CN: Women's mountain biking seems to have a single dominant rider more often than men's. At the moment it's you, in the early 90s it was Juli Furtado and later Paola Pezzo. Why is that, do you think?
GRD: I think there might be several reasons for that.
1. It is easier for the men to get 100 percent support if they first show that they have the talent and the engine.
2. Important skills in MTB are especially strength and good technical skills. These are more typical men's skills but if you are a women with those benefits, you have a big advantage. Every race is different and needs different skills but if you are a strong rider and have good technical skills it is easier to fight to the top. I knew from a young age that I had the talents for all kinds of sport that had to do with strength and power.
3. Every sport has its periods with outstanding athletes and it might just be a coincidence for women's mountain biking. I know that there are a lot of women out there that really work very hard to reach the top level in mountain biking today.
CN: Your results dropped a few years ago when you tried to mix road and mountain biking. Do you still have ambitions to do well in road cycling as so many male mountain bikers have?
GRD: My absence from the World Cup circuit in 2000 and most of 2001 have different explanation but the main reason was overtraining in altitude chambers in January/February 2000. We wanted to do something extra to become better than ever in that Olympic season before the Sydney Games. It turned out to totally destroy my body. My immune system collapsed, my muscles did not respond on anything, they were just painful and my whole body was exhausted and I was really not able to train at all for almost half a year.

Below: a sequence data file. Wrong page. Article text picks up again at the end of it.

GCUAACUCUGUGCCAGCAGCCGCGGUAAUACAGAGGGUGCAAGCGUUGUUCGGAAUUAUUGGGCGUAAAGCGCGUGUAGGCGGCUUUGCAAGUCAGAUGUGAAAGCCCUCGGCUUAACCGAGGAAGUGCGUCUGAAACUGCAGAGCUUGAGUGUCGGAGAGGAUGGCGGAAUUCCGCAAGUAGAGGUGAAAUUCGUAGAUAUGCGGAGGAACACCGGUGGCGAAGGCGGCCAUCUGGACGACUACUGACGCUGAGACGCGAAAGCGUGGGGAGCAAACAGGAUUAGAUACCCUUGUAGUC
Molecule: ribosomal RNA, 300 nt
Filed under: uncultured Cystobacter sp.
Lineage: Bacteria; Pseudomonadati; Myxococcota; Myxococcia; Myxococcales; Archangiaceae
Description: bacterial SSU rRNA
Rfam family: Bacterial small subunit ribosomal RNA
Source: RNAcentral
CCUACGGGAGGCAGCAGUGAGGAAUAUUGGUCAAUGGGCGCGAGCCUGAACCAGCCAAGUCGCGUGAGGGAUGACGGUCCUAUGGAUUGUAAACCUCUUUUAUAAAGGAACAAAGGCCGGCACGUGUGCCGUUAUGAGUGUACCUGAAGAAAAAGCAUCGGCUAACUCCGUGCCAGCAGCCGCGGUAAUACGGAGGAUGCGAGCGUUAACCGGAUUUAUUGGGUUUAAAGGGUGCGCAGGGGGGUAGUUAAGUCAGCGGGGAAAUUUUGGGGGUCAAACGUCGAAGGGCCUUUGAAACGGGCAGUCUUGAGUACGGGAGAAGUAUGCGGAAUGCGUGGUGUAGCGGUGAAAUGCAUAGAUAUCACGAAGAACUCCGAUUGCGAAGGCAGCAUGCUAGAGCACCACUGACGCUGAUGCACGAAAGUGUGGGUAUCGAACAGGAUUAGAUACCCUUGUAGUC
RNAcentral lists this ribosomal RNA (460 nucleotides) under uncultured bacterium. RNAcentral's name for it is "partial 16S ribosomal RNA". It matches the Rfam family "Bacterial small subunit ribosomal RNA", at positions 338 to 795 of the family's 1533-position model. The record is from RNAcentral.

It all had to do with extremely hard intervals at altitudes up to 4000 meters, not having recovered from the 1999 season, not enough rest after this hard period in January and February which in the end also turned into big mental problems. I was not able to do anything to feel better and that was a very new situation for me. After the 2000 season was over I was so worn out that I wanted to quit cycling for ever and just wanted to live again.
Concerning the road racing I did my first race in 1998 joining the Tour Feminin where I won one stage and finished 10th overall. In 1999 I become a part of the national road team alongside my career as a mountain biker, and rode for the Norwegian pro team DBS, aiming to qualify for the road team for Sydney. Altogether I did about 75 races that season and I was totally exhausted in the end. I was ranked as number 1 in MTB and number 8 on the road for a short time that season. I still do racing on the road with my Italian team Safi - Pasta Zara Manhattan, but I have never trained and prepared for road like I would have done if that was my goal.
I started up again with training with low efforts the winter before 2001 and when Kenneth took over as my coach we built up, step by step again, and took the time we needed to feel comfortable again and get the good feeling back in my head and body. We will never ever overdo the training and the total working hours every day again. The good feeling is a very important ingredient in our daily work.
CN: Which riders past and present do you most respect? Is anyone your 'role model'?
GRD: Alison Sydor is in my opinion the biggest woman mountain biker today and has been since I started in 1995. She loves the sport in her heart and she shows that to everyone she meets. Alison is a great ambassador for the sport and she is still going strong.